At its debriefing, CMR/Anese learned that its marginal schedule rating was based on the agency's (erroneous) finding that its North Ramp schedule exceeded the allowed schedule by 5 days. When CMR/Anese showed the agency that, in fact, its North Ramp schedule was fully compliant with the RFP, the agency acknowledged its mistake and suspended the debriefing to reevaluate the protester's proposed schedule. Protest at 4. Upon further review, the agency recognized that it was CMR/Anese's schedule for the Zulu Pad that exceeded the completion date. Specifically, based on the RFP-required assumptions of a start date of September 15, 2004, the 360 days allotted for performance would expire on September 10, 2005. Although CMR/Anese proposed to perform the work in 324 days, a shorter period than the 360 days allowed by the RFP, its CPM schedule showed a start date of October 26, 2004 and a completion date of September 15, 2005, that is, 5 days beyond the assumed completion date. Based on this review, the Navy notified CMR/Anese that its proposal rating remained at marginal. The protester maintains that this evaluation conclusion was unreasonable.

In reviewing a protest of an agency's evaluation of proposals, our review is confined to a determination of whether the agency acted reasonably and consistent with the terms of the solicitation and applicable statutes and regulations. United Def. LP , B286925.3 et al. , Apr. 9, 2001, 2001 CPD 75 at1011.

The evaluation here--and resultant rejection of the protester's proposal--was reasonable. Under the schedule factor, the RFP provided that proposals would be evaluated on the basis of standards of acceptability, including "[t]he extent to which the offeror presents a comprehensive, logical and feasible approach to finish the construction within the time frame for each project specified . . . [and] will include a determination of the probability that the proposed schedule will successfully meet the required completion time." RFP at 00202-3 to 00202--4. Relevant to this standard were four subfactors, the first of which related to the number of days proposed for completion based on a start date of September 15, 2004. It is undisputed that CMR/Anese's CPM schedule identified a completion date of September 15, 2005, which did not meet the completion deadline--September10-implied by the 360-day schedule set forth in the RFP. A firm delivery schedule or completion date set forth in a solicitation is a material requirement, precluding acceptance of any proposal not offering to meet that date. See Hercules Constr. Corp. , B-271872, July 26, 1996, 962CPD 46 at 2. In a negotiated procurement, any proposal that fails to conform to material terms and conditions of the solicitation is unacceptable and may not form the basis for an award. SuccessTech Mgmt. & Servs. , B-294174, July 6, 2004, 2004CPD __ at 2; Plessey Elec. Sys. Corp. , B236494, Sept. 11, 1989, 89-2 CPD 226 at 2. Since CMR/Anese's proposal did not provide for timely completion of the project, the agency reasonably rated the proposal marginal under the schedule factor; under the terms of the RFP, this rating made the proposal ineligible for award. RFP at00202-2.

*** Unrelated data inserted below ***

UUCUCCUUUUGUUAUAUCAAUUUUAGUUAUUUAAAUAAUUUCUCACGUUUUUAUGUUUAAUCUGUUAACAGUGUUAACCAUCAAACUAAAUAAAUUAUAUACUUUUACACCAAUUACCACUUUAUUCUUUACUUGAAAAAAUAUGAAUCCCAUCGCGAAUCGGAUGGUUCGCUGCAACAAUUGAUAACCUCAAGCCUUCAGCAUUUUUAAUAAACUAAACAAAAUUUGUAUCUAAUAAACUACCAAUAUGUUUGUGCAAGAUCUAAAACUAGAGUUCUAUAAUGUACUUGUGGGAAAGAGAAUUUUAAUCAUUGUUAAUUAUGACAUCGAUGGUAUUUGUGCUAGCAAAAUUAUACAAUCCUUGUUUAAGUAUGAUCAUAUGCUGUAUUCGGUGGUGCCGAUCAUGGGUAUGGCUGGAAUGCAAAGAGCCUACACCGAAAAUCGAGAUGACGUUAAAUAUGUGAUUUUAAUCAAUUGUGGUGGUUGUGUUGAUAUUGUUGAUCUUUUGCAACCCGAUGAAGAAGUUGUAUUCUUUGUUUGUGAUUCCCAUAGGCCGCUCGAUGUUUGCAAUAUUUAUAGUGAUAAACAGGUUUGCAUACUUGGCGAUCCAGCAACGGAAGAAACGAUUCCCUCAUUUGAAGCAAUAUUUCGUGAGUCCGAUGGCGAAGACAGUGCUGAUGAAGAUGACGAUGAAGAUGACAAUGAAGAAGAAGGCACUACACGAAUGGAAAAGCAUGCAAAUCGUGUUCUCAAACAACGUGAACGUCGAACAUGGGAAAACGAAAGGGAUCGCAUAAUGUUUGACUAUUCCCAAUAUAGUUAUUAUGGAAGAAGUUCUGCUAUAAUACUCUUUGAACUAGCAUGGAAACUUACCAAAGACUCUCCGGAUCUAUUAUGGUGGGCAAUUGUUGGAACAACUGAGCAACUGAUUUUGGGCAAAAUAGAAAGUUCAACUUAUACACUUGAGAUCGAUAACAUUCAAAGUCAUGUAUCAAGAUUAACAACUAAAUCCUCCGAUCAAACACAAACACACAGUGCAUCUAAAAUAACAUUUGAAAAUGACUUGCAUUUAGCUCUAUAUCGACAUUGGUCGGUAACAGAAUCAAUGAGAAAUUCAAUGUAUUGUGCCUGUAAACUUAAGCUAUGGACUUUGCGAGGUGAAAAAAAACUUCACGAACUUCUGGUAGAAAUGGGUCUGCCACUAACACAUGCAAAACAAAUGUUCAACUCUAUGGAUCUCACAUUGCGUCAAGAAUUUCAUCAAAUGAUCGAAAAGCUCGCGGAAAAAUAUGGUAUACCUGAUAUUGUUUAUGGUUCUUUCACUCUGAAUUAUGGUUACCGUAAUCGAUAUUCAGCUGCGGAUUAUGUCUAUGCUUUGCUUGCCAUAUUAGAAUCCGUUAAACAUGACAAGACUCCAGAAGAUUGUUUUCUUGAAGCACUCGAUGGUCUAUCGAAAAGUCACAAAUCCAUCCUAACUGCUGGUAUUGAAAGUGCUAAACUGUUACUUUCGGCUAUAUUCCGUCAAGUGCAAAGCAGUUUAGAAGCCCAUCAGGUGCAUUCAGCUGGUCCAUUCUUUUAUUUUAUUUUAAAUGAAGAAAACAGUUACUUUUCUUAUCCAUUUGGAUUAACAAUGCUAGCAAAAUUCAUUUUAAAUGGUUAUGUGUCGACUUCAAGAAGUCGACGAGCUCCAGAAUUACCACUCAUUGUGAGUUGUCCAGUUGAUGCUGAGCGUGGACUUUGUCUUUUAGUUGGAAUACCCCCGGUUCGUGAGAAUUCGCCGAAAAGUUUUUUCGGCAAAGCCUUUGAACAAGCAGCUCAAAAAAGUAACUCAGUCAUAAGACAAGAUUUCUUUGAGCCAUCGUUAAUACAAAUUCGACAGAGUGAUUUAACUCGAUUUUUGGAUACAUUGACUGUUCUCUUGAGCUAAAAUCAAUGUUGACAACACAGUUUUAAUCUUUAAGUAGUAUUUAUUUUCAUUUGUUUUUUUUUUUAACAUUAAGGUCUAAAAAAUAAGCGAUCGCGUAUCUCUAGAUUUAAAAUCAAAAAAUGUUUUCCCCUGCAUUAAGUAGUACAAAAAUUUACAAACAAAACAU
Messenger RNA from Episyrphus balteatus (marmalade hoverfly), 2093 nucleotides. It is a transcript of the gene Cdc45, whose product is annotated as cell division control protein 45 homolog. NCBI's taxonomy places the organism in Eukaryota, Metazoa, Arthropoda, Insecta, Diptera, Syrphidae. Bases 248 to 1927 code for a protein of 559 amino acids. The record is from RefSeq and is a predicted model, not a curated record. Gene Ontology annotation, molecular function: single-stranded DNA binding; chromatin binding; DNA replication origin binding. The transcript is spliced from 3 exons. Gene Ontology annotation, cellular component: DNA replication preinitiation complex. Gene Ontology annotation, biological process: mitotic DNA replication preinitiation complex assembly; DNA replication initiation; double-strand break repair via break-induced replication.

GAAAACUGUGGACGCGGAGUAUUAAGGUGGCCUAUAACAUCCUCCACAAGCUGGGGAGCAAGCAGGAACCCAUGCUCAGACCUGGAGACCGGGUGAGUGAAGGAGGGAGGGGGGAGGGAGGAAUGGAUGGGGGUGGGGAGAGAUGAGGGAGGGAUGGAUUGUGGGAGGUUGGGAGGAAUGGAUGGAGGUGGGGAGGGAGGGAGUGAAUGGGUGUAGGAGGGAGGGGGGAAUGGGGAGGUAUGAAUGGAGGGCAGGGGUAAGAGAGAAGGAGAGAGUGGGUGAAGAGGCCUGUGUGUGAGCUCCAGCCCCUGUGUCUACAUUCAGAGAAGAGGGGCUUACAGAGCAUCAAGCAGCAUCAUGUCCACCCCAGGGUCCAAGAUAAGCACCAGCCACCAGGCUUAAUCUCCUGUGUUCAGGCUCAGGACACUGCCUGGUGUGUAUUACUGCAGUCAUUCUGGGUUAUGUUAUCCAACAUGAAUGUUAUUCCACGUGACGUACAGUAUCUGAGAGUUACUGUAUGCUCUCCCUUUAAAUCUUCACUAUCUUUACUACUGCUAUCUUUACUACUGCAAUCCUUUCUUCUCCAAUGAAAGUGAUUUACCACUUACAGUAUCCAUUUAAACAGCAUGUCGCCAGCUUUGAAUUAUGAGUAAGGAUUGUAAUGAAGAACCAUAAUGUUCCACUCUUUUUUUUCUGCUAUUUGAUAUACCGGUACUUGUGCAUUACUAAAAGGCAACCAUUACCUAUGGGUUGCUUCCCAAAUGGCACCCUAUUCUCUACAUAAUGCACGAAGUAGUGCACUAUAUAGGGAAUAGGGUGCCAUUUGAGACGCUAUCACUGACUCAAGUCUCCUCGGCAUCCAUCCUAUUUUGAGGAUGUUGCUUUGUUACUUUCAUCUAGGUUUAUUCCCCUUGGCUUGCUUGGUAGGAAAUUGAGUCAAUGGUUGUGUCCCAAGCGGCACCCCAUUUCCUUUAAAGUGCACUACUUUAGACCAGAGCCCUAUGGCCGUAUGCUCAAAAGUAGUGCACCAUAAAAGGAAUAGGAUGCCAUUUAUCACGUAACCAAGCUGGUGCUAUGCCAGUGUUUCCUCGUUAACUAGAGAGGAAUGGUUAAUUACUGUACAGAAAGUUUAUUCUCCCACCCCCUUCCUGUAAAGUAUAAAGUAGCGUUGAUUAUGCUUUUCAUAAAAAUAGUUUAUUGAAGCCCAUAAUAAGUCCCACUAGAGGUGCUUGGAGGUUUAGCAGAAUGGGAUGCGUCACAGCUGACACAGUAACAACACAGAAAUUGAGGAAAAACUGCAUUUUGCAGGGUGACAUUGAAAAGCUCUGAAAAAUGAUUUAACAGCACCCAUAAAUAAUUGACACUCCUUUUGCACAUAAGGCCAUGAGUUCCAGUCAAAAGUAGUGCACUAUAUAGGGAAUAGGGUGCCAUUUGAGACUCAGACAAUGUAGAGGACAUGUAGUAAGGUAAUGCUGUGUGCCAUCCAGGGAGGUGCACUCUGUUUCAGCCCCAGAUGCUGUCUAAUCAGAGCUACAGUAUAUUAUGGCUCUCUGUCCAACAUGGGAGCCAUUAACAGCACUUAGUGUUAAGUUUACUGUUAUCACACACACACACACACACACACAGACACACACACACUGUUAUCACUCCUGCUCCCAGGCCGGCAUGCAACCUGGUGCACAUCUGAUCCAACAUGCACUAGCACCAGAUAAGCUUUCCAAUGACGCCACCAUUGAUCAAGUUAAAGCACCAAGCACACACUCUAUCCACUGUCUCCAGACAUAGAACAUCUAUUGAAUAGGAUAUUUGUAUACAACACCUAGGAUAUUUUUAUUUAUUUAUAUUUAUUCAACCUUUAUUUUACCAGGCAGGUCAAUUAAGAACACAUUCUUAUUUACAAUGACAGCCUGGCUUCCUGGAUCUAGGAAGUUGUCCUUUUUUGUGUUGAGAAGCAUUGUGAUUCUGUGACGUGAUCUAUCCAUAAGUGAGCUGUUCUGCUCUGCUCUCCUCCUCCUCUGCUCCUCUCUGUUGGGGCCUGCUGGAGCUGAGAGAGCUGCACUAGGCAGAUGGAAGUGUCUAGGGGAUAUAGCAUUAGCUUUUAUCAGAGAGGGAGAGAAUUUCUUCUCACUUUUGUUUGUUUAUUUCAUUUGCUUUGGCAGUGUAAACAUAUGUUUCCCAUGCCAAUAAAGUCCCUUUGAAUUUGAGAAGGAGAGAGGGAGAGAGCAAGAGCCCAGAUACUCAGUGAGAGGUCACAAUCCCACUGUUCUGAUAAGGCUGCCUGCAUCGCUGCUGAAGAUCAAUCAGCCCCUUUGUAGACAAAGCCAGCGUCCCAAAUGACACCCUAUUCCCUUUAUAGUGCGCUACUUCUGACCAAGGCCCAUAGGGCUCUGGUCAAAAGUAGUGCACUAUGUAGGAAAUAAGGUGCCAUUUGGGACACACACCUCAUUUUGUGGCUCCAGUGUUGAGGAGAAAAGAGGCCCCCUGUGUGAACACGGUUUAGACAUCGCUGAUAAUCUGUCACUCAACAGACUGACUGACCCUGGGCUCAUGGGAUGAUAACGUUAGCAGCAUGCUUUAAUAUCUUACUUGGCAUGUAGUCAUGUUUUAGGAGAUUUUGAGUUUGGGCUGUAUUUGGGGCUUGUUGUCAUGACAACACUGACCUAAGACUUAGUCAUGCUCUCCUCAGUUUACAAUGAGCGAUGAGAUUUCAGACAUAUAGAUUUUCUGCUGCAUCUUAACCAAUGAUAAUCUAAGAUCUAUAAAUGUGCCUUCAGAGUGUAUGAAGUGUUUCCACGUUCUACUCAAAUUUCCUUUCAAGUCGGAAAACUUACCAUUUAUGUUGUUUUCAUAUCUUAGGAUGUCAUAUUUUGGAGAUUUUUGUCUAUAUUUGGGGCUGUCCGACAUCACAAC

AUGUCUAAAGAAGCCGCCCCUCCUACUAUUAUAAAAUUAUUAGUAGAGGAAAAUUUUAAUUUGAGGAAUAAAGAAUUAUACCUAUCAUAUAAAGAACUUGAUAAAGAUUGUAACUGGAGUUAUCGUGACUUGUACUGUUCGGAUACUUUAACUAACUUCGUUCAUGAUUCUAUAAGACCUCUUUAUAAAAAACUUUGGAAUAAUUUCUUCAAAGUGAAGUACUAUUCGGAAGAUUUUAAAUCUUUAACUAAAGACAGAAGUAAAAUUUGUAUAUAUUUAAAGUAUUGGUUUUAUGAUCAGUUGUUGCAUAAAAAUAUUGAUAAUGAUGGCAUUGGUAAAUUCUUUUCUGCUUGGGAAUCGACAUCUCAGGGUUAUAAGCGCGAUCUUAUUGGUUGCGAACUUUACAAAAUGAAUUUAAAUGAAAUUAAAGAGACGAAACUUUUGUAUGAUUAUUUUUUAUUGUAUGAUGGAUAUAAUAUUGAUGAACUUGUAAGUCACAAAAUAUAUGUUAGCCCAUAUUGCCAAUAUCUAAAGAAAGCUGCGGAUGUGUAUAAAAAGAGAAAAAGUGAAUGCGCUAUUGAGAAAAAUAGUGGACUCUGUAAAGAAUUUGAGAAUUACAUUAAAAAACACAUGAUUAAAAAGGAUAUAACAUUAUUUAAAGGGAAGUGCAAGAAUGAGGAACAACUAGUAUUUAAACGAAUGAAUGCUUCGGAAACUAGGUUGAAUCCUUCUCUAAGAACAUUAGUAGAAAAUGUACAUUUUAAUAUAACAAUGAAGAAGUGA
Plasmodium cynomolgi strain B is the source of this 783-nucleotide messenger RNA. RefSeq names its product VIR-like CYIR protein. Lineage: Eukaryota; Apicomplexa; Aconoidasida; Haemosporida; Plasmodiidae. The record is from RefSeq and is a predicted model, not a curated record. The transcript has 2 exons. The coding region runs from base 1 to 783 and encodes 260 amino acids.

CMR/Anese asserts that the marginal rating was undeserved because the agency focused on only one of four relevant schedule subfactors. However, since the schedule was a material requirement and CMR/Anese's proposal ratings under the other subfactors could not alter its failure to meet that requirement, the ratings under the other subfactors are irrelevant. The agency reasonably could rate the proposal marginal under the schedule factor.